Kingdom Hearts II is a 2005 action role-playing game developed and published by Square Enix for the PlayStation 2 video game console. The game is a sequel to Kingdom Hearts, and like the original game, combines characters and settings from Disney films with those of Square Enix’s Final Fantasy series. An expanded re-release of the game featuring new and additional content, Kingdom Hearts II Final Mix, was released exclusively in Japan in March 2007. The Final Mix version of the game was later remastered in high definition and released globally as a part of the Kingdom Hearts HD 2.5 Remix collection for the PlayStation 3, PlayStation 4, Xbox One and Microsoft Windows.
Kingdom Hearts II is the third game in the Kingdom Hearts series. It picks up one year after the events of Kingdom Hearts: Chain of Memories. Sora, the protagonist of the first two games, returns to search for his lost friends while battling the sinister Organization XIII, a group of antagonists previously introduced in Chain of Memories. Like the previous games, Kingdom Hearts II features a large cast of characters from Disney and Square Enix properties.
Concepts for Kingdom Hearts II began during the end of development of Kingdom Hearts Final Mix, with the game entering full development in 2003 and being announced at Tokyo Game Show 2003. Most of the first game’s development team returned, including director Tetsuya Nomura, with the game being developed concurrently with Chain of Memories. In developing Kingdom Hearts II, the development team sought to address user feedback from the first game, give the player more freedom and options in combat and present a deeper and more mature plot.
The game earned several awards upon release, receiving critical praise for its story, gameplay, characters, graphical improvements, and has since been cited as one of the greatest video games of all time. In both Japan and North America, it shipped more than one million copies within weeks of its release, with over four million worldwide by April 2007.
The gameplay of Kingdom Hearts II is similar to the action RPG and hack and slash gameplay of the first Kingdom Hearts game, though developers made an effort to address some of the complaints of no map and camera bugs with the previous game. The player directly controls Sora from a third-person camera angle, though first-person perspective is available via Select button. Most of the gameplay occurs on interconnected field maps where battles take place. The game is driven by a linear progression from one story event to the next, usually told via cutscenes, though there are numerous side-quests available that provide bonuses to characters.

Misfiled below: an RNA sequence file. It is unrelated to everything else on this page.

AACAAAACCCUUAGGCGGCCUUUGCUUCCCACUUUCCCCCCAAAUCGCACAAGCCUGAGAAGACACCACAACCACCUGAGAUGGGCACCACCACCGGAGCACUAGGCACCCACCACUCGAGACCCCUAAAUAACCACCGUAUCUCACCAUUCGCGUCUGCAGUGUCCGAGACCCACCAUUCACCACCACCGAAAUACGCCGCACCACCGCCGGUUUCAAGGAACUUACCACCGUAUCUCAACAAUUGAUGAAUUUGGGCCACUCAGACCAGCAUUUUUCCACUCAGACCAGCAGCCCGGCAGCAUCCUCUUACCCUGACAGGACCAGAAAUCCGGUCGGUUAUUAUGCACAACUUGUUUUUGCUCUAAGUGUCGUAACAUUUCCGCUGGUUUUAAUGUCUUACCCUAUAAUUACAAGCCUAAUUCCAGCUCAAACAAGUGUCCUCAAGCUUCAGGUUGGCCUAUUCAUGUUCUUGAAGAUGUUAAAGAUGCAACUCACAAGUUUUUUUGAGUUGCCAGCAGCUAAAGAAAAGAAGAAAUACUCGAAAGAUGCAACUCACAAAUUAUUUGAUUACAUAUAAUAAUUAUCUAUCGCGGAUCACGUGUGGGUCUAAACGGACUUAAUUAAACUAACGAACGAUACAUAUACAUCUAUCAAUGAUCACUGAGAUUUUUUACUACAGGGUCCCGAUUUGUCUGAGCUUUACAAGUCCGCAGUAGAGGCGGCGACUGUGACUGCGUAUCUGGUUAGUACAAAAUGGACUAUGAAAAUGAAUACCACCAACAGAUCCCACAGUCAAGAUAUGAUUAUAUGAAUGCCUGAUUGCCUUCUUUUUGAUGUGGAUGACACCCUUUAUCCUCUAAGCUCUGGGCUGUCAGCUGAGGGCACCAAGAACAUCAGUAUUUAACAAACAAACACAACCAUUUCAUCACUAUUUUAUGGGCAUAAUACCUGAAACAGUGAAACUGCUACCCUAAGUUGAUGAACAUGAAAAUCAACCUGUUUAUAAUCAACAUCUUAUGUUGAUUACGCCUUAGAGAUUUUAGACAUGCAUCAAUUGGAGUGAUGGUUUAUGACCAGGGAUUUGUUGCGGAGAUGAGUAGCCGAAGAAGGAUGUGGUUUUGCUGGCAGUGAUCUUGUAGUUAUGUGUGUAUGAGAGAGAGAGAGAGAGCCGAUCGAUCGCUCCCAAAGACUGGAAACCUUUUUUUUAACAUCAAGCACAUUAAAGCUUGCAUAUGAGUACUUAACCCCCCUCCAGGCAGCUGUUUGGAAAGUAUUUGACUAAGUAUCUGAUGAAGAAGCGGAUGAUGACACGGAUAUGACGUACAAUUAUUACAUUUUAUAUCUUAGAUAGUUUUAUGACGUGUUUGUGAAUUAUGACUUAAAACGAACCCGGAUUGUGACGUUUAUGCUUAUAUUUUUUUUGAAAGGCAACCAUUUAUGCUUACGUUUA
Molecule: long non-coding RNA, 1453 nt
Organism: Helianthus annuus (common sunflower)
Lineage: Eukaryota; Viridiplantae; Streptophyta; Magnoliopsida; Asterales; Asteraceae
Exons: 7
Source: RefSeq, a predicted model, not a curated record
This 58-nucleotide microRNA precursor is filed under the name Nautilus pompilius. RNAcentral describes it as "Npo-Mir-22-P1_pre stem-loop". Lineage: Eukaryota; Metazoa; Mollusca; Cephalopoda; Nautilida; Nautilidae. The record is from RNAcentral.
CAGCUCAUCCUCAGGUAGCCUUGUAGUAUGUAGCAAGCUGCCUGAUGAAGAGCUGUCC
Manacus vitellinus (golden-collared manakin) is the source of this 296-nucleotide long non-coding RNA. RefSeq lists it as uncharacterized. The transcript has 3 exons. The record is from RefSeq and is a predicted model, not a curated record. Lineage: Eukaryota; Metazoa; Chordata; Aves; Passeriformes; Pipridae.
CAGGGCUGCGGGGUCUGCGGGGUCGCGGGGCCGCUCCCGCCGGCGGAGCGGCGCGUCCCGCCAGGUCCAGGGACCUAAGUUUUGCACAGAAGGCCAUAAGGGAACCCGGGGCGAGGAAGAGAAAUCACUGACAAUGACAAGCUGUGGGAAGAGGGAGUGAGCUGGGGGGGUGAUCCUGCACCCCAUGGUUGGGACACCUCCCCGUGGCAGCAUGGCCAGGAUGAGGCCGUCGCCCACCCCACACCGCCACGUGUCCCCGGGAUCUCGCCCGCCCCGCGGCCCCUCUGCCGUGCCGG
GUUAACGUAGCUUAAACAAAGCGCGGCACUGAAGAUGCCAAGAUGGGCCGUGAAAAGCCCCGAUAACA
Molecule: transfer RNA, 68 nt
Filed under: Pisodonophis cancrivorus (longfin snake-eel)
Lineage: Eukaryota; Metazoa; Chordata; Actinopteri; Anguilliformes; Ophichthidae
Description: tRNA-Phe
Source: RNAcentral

Like many traditional role-playing video games, Kingdom Hearts II features an experience point system which determines character development. As enemies are defeated, the player and allies culminate experience to “level up”, in which the playable characters grow stronger and gain access to new abilities.
Combat in Kingdom Hearts II is in real-time and involves heavy hack and slash elements with button presses which initiate attacks by the on-screen character. A role-playing game menu on the screen’s bottom left, similar to those found in Final Fantasy games, provides other combat options such as using magic or items, summoning beings to assist in battle, or executing combination attacks with other party members. A new feature is the “Reaction Command”, special enemy-specific attacks that are triggered when the player presses the triangle button at the correct time during battle. Reaction Commands can be used to defeat regular enemies or avoid damage, and are sometimes necessary to complete a boss battle. In addition to the main character, two party members are usually present who also participate in combat. Although these characters are computer-controlled, the player is allowed to customize their behavior to a certain extent through the menu screen, such as attacking the same enemy Sora targets.
In response to criticism, the “Gummi Ship” feature of the first game was re-imagined to be “more enjoyable”. Although retaining its basic purpose of travel, the system was completely redone to resemble a combination of rail shooter and “Disney theme park ride”. In the world map, the player must now control the Gummi Ship from a top-down view and fly to the world the player wishes to enter. Worlds are no longer open from the beginning—the player must unlock the routes to them by entering a new level, controlling the ship from a third-person point of view, and battling enemy ships. After the route is opened, travel to the world is unimpeded, unless it is blocked again due to a plot-related event. The player may also gain new Gummi Ships from completing routes, which is also a new feature from the first game.